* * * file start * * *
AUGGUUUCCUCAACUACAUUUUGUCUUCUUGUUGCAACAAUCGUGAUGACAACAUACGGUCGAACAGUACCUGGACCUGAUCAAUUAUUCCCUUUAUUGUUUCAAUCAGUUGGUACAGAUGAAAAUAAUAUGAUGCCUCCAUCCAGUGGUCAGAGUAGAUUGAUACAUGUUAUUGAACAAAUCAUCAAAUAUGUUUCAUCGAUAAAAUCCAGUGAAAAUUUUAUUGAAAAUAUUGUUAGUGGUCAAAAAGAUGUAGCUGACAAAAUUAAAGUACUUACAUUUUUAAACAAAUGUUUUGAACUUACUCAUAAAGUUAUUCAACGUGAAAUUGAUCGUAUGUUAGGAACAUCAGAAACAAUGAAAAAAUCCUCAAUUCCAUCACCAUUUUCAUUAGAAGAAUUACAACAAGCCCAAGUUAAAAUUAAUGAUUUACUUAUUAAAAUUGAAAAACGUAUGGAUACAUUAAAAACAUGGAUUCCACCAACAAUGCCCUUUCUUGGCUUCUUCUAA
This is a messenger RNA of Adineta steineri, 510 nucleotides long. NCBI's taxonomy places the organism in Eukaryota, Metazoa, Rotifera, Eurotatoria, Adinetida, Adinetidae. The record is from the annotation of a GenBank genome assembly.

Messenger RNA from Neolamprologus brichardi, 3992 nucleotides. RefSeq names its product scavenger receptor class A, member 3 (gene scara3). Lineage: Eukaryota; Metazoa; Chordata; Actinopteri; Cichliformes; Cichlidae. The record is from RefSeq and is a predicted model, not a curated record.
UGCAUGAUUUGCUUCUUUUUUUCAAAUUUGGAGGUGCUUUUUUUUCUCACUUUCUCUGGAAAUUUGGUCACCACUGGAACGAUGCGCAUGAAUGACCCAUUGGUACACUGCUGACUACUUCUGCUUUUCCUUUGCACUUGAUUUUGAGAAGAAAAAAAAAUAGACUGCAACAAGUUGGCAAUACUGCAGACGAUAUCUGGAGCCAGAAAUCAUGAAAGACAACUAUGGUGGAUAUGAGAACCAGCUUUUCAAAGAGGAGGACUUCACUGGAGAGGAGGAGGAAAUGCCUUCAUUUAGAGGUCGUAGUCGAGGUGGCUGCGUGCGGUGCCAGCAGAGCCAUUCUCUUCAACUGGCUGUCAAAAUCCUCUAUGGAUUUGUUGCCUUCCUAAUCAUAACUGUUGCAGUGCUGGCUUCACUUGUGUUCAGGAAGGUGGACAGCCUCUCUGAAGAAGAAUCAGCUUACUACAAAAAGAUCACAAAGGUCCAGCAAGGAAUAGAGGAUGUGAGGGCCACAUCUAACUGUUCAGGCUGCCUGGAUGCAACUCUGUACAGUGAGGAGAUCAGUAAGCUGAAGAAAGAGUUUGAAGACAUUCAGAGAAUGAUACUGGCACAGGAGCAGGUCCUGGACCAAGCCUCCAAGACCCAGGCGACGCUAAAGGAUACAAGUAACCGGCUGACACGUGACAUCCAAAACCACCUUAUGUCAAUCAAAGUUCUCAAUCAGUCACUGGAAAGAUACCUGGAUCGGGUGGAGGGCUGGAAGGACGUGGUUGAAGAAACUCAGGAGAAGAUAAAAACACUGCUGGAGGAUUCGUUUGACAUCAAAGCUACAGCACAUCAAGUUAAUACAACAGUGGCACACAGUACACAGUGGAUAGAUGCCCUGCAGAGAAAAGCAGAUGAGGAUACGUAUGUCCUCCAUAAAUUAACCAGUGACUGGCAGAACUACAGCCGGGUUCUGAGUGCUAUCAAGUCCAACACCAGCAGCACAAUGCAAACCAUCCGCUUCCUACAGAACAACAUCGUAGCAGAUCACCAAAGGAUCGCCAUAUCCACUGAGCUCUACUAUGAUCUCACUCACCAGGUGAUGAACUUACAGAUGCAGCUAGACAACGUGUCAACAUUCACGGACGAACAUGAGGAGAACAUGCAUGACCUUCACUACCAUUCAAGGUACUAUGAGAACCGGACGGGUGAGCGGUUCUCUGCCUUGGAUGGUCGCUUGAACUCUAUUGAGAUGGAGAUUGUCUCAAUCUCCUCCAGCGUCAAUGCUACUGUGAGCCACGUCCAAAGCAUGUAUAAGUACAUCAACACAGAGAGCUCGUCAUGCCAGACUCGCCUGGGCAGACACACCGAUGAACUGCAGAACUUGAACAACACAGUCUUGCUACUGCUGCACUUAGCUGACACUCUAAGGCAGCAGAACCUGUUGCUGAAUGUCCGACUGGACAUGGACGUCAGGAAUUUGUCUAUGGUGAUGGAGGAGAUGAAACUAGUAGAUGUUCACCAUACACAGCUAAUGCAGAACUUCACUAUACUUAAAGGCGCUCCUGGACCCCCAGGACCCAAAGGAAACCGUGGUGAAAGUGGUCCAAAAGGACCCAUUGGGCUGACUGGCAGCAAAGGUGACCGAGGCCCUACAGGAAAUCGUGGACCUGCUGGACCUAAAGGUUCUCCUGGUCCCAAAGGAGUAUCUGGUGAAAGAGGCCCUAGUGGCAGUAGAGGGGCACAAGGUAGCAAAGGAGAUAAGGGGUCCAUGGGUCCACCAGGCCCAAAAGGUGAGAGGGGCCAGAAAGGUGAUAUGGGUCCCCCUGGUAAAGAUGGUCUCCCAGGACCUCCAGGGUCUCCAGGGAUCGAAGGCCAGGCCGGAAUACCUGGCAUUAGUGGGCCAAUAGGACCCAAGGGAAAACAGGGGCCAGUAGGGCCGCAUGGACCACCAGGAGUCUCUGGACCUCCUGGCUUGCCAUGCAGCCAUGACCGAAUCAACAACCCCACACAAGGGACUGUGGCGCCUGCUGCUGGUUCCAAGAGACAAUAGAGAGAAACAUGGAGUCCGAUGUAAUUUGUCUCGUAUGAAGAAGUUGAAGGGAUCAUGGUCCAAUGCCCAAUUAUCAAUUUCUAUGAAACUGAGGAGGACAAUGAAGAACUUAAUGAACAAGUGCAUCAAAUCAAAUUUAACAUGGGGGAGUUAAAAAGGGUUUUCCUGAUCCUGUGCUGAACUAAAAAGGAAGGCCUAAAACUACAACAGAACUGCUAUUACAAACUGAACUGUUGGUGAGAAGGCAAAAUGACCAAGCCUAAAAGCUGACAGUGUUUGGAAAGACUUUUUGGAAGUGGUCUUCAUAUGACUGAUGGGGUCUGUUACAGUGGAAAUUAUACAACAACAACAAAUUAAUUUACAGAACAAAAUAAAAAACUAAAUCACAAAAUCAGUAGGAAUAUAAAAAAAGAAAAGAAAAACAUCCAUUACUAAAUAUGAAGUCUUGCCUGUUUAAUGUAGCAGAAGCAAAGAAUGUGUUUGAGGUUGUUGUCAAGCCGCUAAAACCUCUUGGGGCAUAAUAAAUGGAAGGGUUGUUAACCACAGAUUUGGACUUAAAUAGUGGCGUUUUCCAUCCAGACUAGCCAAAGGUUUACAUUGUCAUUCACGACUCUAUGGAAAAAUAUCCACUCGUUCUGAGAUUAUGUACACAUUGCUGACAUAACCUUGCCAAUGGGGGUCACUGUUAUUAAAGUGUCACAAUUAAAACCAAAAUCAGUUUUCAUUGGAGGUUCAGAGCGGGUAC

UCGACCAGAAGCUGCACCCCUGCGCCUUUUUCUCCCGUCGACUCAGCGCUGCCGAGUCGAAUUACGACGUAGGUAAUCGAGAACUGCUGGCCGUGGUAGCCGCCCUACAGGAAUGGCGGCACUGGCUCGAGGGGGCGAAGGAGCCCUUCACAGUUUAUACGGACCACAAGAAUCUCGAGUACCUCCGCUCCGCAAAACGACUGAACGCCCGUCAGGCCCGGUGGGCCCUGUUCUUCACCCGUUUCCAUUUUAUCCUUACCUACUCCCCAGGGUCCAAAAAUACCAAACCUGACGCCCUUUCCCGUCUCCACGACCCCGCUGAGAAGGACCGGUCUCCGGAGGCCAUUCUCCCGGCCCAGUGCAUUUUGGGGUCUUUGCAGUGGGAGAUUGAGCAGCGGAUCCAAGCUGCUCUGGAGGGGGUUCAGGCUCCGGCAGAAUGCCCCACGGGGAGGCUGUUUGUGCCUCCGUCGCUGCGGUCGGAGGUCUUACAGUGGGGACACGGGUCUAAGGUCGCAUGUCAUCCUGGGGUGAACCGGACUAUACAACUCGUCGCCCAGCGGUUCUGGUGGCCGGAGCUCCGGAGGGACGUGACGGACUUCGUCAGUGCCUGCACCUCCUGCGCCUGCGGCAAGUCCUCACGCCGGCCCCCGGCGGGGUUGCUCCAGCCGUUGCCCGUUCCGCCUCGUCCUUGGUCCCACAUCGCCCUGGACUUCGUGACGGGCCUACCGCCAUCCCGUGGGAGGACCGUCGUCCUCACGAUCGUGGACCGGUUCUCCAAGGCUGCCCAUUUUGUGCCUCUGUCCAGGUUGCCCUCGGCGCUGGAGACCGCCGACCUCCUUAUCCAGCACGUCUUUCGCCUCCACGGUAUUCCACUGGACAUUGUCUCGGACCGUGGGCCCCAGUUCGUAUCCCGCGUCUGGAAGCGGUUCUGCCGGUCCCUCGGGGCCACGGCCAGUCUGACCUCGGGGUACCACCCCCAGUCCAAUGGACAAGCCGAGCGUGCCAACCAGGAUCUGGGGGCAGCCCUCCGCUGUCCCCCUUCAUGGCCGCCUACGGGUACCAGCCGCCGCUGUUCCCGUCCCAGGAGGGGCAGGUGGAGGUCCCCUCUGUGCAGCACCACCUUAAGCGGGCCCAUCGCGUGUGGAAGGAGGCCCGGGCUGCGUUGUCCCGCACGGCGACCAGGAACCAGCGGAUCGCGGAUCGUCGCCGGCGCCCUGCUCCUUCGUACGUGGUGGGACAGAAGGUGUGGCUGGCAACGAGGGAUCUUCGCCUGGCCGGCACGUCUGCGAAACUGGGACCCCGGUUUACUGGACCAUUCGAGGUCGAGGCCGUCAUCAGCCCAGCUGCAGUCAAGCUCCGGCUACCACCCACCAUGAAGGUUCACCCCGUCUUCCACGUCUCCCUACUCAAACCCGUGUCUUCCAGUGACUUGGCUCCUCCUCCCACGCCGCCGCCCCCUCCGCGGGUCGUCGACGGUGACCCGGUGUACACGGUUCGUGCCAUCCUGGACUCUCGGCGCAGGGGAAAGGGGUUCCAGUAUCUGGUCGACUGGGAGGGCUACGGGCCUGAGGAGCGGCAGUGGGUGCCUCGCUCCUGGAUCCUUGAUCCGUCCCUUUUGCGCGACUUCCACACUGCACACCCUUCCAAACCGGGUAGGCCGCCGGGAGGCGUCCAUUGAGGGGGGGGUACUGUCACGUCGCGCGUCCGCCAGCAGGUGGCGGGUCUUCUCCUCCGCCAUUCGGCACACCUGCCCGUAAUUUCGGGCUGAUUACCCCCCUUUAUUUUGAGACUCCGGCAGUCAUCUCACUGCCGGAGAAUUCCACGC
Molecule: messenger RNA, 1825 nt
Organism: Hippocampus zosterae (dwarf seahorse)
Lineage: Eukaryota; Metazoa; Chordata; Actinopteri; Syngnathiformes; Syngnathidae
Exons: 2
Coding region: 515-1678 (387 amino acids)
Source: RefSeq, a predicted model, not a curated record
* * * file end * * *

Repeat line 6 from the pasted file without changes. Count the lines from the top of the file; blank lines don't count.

Molecule: messenger RNA, 1825 nt